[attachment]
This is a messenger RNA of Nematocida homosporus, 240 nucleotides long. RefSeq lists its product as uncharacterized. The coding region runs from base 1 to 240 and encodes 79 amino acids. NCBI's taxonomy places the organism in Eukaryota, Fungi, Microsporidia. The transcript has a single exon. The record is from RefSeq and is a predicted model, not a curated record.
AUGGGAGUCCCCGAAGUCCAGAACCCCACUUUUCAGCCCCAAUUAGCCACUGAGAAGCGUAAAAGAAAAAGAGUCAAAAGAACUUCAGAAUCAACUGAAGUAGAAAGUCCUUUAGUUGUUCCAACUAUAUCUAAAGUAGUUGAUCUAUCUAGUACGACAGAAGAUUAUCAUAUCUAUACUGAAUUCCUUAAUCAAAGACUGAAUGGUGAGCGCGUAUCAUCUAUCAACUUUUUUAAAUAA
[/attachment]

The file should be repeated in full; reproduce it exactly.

This is a messenger RNA of Nematocida homosporus, 240 nucleotides long. RefSeq lists its product as uncharacterized. The coding region runs from base 1 to 240 and encodes 79 amino acids. NCBI's taxonomy places the organism in Eukaryota, Fungi, Microsporidia. The transcript has a single exon. The record is from RefSeq and is a predicted model, not a curated record.
AUGGGAGUCCCCGAAGUCCAGAACCCCACUUUUCAGCCCCAAUUAGCCACUGAGAAGCGUAAAAGAAAAAGAGUCAAAAGAACUUCAGAAUCAACUGAAGUAGAAAGUCCUUUAGUUGUUCCAACUAUAUCUAAAGUAGUUGAUCUAUCUAGUACGACAGAAGAUUAUCAUAUCUAUACUGAAUUCCUUAAUCAAAGACUGAAUGGUGAGCGCGUAUCAUCUAUCAACUUUUUUAAAUAA